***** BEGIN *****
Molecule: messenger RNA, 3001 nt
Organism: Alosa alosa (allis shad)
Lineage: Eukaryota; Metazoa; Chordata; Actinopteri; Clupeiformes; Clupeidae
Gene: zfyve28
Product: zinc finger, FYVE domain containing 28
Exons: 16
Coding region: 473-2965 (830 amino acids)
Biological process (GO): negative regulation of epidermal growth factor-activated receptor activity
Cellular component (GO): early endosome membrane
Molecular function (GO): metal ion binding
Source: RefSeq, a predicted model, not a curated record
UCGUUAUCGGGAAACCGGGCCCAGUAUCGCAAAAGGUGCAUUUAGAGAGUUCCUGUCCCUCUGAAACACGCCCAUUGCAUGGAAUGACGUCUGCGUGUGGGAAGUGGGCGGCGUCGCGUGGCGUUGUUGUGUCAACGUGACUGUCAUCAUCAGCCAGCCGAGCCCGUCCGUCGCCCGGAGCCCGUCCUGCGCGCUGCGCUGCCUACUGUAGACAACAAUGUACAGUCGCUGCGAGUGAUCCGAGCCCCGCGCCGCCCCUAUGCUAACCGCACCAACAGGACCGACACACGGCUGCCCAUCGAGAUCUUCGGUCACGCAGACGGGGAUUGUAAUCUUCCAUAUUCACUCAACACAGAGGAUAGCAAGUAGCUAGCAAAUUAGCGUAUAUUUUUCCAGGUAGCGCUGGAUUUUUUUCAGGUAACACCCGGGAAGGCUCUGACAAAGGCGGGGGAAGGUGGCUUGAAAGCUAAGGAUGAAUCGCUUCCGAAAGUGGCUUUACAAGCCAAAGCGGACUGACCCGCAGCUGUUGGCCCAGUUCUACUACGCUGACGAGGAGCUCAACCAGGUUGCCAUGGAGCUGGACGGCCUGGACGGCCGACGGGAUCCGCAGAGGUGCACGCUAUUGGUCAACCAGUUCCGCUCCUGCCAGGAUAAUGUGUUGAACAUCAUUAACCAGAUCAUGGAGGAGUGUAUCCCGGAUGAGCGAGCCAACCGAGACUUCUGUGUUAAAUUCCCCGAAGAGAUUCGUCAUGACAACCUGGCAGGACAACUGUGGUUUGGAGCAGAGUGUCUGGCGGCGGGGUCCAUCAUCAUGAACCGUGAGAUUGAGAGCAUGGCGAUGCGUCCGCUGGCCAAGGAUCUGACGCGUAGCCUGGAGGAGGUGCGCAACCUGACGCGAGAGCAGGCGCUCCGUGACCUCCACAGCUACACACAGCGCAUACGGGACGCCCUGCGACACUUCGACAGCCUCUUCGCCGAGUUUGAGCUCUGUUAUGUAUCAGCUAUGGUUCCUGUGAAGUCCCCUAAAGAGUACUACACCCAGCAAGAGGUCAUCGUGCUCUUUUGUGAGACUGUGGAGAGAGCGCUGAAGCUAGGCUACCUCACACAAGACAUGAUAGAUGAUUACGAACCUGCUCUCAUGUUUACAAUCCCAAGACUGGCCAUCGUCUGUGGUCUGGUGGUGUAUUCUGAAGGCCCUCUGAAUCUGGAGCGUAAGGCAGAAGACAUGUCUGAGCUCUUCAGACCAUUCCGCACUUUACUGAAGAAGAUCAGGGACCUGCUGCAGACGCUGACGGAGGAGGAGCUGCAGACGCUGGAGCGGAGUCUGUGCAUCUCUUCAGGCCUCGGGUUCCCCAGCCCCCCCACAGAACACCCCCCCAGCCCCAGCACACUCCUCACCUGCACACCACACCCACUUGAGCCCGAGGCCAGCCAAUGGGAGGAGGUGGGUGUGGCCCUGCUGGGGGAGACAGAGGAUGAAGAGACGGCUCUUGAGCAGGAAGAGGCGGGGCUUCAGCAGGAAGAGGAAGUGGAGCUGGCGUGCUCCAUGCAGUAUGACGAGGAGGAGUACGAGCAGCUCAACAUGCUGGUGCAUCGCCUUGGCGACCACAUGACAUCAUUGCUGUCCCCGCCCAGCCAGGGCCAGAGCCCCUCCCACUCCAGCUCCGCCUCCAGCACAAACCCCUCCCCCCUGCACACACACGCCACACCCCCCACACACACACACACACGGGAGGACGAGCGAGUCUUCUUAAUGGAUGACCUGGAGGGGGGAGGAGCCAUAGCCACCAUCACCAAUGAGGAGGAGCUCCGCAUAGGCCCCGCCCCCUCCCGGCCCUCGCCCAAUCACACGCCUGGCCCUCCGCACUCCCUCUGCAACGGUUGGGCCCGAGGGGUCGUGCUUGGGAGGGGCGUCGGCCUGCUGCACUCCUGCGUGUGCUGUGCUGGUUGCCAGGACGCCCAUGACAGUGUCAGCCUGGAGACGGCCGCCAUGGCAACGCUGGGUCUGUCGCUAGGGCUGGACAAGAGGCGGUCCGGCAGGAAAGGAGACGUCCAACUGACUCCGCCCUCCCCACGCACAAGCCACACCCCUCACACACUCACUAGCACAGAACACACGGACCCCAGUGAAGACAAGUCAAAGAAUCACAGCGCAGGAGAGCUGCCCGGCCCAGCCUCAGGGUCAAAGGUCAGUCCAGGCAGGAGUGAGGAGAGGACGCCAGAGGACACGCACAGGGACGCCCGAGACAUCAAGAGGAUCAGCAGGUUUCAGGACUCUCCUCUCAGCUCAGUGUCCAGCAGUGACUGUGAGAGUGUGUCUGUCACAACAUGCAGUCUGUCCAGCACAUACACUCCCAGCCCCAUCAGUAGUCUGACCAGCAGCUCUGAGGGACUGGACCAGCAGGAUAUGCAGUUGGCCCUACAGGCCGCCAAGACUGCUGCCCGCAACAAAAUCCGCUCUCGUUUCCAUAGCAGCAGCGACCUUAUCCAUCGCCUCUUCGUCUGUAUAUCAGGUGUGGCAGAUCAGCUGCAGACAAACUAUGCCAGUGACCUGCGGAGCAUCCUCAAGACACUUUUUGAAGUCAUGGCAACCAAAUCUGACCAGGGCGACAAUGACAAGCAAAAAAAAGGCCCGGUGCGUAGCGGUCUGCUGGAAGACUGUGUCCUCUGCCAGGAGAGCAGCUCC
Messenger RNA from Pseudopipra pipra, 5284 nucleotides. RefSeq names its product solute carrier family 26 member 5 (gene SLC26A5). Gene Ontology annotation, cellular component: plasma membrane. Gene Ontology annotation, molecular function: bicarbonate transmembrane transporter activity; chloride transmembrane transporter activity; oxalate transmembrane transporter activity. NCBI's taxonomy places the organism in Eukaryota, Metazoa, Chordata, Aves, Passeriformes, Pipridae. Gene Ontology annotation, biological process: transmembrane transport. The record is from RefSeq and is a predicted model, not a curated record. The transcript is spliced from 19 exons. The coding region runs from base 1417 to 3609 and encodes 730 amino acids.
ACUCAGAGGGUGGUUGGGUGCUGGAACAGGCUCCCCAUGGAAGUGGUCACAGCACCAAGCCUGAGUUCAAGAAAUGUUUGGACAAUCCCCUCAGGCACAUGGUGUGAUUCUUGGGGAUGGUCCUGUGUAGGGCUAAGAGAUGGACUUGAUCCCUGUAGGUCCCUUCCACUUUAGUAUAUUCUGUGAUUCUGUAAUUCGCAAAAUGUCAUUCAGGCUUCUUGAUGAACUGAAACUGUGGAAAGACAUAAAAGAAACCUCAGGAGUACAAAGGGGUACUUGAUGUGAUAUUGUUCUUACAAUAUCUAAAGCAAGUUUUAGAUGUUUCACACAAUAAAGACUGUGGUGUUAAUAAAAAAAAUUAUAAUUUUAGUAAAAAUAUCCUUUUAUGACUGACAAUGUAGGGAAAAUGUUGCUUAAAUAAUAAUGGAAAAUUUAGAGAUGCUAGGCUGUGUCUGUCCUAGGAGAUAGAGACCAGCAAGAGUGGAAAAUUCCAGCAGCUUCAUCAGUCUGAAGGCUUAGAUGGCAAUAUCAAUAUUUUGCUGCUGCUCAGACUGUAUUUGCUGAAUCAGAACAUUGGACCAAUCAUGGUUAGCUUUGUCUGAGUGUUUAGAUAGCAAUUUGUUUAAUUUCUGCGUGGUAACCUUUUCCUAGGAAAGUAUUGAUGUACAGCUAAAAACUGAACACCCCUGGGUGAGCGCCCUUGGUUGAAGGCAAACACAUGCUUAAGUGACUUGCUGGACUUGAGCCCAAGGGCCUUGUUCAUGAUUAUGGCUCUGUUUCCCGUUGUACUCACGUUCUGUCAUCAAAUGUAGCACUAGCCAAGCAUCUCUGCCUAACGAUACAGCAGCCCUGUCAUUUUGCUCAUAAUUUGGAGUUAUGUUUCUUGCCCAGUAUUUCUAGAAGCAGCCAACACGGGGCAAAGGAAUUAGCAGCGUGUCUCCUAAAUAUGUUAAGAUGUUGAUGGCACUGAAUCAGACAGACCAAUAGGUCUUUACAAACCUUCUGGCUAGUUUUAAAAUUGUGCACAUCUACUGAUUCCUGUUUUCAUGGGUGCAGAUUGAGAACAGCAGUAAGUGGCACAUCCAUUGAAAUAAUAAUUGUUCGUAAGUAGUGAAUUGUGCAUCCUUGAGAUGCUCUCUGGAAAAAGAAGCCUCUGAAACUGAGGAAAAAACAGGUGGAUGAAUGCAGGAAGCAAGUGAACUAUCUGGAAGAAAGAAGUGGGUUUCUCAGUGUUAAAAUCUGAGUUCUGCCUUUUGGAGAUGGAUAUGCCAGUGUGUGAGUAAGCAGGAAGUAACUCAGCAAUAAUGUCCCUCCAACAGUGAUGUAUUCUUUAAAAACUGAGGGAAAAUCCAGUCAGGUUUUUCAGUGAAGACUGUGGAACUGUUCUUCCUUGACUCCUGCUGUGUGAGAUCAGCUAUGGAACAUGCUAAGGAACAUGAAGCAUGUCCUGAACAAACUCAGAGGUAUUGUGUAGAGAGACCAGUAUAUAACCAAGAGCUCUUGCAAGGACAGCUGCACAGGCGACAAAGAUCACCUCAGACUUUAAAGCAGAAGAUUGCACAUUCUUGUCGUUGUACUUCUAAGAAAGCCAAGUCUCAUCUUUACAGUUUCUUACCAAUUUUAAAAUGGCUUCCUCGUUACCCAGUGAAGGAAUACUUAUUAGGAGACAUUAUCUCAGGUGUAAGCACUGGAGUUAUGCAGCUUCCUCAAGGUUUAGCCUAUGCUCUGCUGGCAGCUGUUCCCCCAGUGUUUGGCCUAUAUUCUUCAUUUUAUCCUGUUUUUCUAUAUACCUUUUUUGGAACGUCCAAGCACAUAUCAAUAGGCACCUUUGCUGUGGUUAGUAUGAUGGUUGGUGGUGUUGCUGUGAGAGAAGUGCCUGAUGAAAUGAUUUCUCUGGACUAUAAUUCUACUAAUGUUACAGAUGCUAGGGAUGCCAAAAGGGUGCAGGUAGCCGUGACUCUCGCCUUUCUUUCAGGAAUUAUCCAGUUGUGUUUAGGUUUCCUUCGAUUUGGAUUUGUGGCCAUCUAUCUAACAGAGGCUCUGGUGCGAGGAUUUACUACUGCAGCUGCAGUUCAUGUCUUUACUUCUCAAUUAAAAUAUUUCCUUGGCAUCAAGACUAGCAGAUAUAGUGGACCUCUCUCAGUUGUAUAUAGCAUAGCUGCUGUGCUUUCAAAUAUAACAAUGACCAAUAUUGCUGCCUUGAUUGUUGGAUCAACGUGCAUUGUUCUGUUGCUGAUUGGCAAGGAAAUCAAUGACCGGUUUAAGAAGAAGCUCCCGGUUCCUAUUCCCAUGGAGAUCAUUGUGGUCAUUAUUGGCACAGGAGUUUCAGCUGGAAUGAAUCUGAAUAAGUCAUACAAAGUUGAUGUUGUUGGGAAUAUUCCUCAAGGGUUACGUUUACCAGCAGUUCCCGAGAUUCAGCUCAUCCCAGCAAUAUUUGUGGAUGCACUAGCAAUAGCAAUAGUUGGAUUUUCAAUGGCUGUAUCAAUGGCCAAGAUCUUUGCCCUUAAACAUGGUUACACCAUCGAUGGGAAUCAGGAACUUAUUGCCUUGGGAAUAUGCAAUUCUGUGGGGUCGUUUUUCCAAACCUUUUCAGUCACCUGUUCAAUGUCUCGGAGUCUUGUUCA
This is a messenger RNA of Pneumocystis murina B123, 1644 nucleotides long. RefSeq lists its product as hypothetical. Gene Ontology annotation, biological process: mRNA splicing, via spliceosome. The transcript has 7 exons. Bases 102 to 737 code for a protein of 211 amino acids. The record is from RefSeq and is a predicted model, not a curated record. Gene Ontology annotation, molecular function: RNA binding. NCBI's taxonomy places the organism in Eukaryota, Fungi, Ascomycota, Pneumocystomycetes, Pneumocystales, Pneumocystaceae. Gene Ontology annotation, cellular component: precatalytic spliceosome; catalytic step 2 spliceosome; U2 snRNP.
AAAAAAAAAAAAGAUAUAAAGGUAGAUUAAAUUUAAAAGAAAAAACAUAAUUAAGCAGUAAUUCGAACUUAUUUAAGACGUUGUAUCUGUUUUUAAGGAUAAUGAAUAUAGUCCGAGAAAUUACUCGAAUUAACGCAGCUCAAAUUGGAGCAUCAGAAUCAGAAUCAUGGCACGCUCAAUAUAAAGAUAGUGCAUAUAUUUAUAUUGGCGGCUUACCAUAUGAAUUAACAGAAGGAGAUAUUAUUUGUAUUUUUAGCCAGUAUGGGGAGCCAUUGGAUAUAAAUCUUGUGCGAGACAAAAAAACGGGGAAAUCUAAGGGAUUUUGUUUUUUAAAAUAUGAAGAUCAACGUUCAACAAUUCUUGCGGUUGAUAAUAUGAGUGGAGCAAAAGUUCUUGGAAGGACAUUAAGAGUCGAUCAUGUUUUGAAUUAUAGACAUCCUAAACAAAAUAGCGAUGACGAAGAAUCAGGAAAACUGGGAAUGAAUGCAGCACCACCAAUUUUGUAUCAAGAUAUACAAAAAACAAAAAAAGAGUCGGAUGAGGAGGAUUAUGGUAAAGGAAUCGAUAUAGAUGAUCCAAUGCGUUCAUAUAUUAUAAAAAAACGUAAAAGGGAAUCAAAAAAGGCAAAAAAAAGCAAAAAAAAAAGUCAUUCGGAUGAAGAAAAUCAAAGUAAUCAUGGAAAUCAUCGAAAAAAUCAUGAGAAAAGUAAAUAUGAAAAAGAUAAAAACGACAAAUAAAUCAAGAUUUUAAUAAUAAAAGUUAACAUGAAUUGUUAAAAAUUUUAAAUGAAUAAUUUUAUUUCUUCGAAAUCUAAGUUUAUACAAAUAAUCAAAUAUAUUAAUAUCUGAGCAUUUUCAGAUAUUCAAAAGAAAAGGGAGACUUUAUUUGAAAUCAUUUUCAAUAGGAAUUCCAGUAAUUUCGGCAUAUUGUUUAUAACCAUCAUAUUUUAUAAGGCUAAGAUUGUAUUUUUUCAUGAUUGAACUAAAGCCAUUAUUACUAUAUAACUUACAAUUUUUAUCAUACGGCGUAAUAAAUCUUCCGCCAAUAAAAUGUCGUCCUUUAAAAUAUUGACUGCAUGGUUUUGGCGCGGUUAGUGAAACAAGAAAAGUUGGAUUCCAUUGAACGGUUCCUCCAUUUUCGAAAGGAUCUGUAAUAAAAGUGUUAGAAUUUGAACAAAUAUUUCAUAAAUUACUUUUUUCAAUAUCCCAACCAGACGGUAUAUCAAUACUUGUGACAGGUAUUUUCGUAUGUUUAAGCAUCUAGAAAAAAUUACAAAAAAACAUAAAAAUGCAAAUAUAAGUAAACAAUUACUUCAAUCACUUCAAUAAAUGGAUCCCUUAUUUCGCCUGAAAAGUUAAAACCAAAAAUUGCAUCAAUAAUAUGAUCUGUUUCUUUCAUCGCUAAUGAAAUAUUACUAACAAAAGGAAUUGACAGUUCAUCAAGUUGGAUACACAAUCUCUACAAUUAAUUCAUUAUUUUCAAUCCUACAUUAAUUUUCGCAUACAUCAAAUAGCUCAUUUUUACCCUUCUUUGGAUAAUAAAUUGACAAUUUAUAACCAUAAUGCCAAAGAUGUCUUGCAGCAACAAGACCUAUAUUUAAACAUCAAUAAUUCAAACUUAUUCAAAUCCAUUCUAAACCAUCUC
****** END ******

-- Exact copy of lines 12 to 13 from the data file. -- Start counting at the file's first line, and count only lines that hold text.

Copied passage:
UCGUUAUCGGGAAACCGGGCCCAGUAUCGCAAAAGGUGCAUUUAGAGAGUUCCUGUCCCUCUGAAACACGCCCAUUGCAUGGAAUGACGUCUGCGUGUGGGAAGUGGGCGGCGUCGCGUGGCGUUGUUGUGUCAACGUGACUGUCAUCAUCAGCCAGCCGAGCCCGUCCGUCGCCCGGAGCCCGUCCUGCGCGCUGCGCUGCCUACUGUAGACAACAAUGUACAGUCGCUGCGAGUGAUCCGAGCCCCGCGCCGCCCCUAUGCUAACCGCACCAACAGGACCGACACACGGCUGCCCAUCGAGAUCUUCGGUCACGCAGACGGGGAUUGUAAUCUUCCAUAUUCACUCAACACAGAGGAUAGCAAGUAGCUAGCAAAUUAGCGUAUAUUUUUCCAGGUAGCGCUGGAUUUUUUUCAGGUAACACCCGGGAAGGCUCUGACAAAGGCGGGGGAAGGUGGCUUGAAAGCUAAGGAUGAAUCGCUUCCGAAAGUGGCUUUACAAGCCAAAGCGGACUGACCCGCAGCUGUUGGCCCAGUUCUACUACGCUGACGAGGAGCUCAACCAGGUUGCCAUGGAGCUGGACGGCCUGGACGGCCGACGGGAUCCGCAGAGGUGCACGCUAUUGGUCAACCAGUUCCGCUCCUGCCAGGAUAAUGUGUUGAACAUCAUUAACCAGAUCAUGGAGGAGUGUAUCCCGGAUGAGCGAGCCAACCGAGACUUCUGUGUUAAAUUCCCCGAAGAGAUUCGUCAUGACAACCUGGCAGGACAACUGUGGUUUGGAGCAGAGUGUCUGGCGGCGGGGUCCAUCAUCAUGAACCGUGAGAUUGAGAGCAUGGCGAUGCGUCCGCUGGCCAAGGAUCUGACGCGUAGCCUGGAGGAGGUGCGCAACCUGACGCGAGAGCAGGCGCUCCGUGACCUCCACAGCUACACACAGCGCAUACGGGACGCCCUGCGACACUUCGACAGCCUCUUCGCCGAGUUUGAGCUCUGUUAUGUAUCAGCUAUGGUUCCUGUGAAGUCCCCUAAAGAGUACUACACCCAGCAAGAGGUCAUCGUGCUCUUUUGUGAGACUGUGGAGAGAGCGCUGAAGCUAGGCUACCUCACACAAGACAUGAUAGAUGAUUACGAACCUGCUCUCAUGUUUACAAUCCCAAGACUGGCCAUCGUCUGUGGUCUGGUGGUGUAUUCUGAAGGCCCUCUGAAUCUGGAGCGUAAGGCAGAAGACAUGUCUGAGCUCUUCAGACCAUUCCGCACUUUACUGAAGAAGAUCAGGGACCUGCUGCAGACGCUGACGGAGGAGGAGCUGCAGACGCUGGAGCGGAGUCUGUGCAUCUCUUCAGGCCUCGGGUUCCCCAGCCCCCCCACAGAACACCCCCCCAGCCCCAGCACACUCCUCACCUGCACACCACACCCACUUGAGCCCGAGGCCAGCCAAUGGGAGGAGGUGGGUGUGGCCCUGCUGGGGGAGACAGAGGAUGAAGAGACGGCUCUUGAGCAGGAAGAGGCGGGGCUUCAGCAGGAAGAGGAAGUGGAGCUGGCGUGCUCCAUGCAGUAUGACGAGGAGGAGUACGAGCAGCUCAACAUGCUGGUGCAUCGCCUUGGCGACCACAUGACAUCAUUGCUGUCCCCGCCCAGCCAGGGCCAGAGCCCCUCCCACUCCAGCUCCGCCUCCAGCACAAACCCCUCCCCCCUGCACACACACGCCACACCCCCCACACACACACACACACGGGAGGACGAGCGAGUCUUCUUAAUGGAUGACCUGGAGGGGGGAGGAGCCAUAGCCACCAUCACCAAUGAGGAGGAGCUCCGCAUAGGCCCCGCCCCCUCCCGGCCCUCGCCCAAUCACACGCCUGGCCCUCCGCACUCCCUCUGCAACGGUUGGGCCCGAGGGGUCGUGCUUGGGAGGGGCGUCGGCCUGCUGCACUCCUGCGUGUGCUGUGCUGGUUGCCAGGACGCCCAUGACAGUGUCAGCCUGGAGACGGCCGCCAUGGCAACGCUGGGUCUGUCGCUAGGGCUGGACAAGAGGCGGUCCGGCAGGAAAGGAGACGUCCAACUGACUCCGCCCUCCCCACGCACAAGCCACACCCCUCACACACUCACUAGCACAGAACACACGGACCCCAGUGAAGACAAGUCAAAGAAUCACAGCGCAGGAGAGCUGCCCGGCCCAGCCUCAGGGUCAAAGGUCAGUCCAGGCAGGAGUGAGGAGAGGACGCCAGAGGACACGCACAGGGACGCCCGAGACAUCAAGAGGAUCAGCAGGUUUCAGGACUCUCCUCUCAGCUCAGUGUCCAGCAGUGACUGUGAGAGUGUGUCUGUCACAACAUGCAGUCUGUCCAGCACAUACACUCCCAGCCCCAUCAGUAGUCUGACCAGCAGCUCUGAGGGACUGGACCAGCAGGAUAUGCAGUUGGCCCUACAGGCCGCCAAGACUGCUGCCCGCAACAAAAUCCGCUCUCGUUUCCAUAGCAGCAGCGACCUUAUCCAUCGCCUCUUCGUCUGUAUAUCAGGUGUGGCAGAUCAGCUGCAGACAAACUAUGCCAGUGACCUGCGGAGCAUCCUCAAGACACUUUUUGAAGUCAUGGCAACCAAAUCUGACCAGGGCGACAAUGACAAGCAAAAAAAAGGCCCGGUGCGUAGCGGUCUGCUGGAAGACUGUGUCCUCUGCCAGGAGAGCAGCUCC
Messenger RNA from Pseudopipra pipra, 5284 nucleotides. RefSeq names its product solute carrier family 26 member 5 (gene SLC26A5). Gene Ontology annotation, cellular component: plasma membrane. Gene Ontology annotation, molecular function: bicarbonate transmembrane transporter activity; chloride transmembrane transporter activity; oxalate transmembrane transporter activity. NCBI's taxonomy places the organism in Eukaryota, Metazoa, Chordata, Aves, Passeriformes, Pipridae. Gene Ontology annotation, biological process: transmembrane transport. The record is from RefSeq and is a predicted model, not a curated record. The transcript is spliced from 19 exons. The coding region runs from base 1417 to 3609 and encodes 730 amino acids.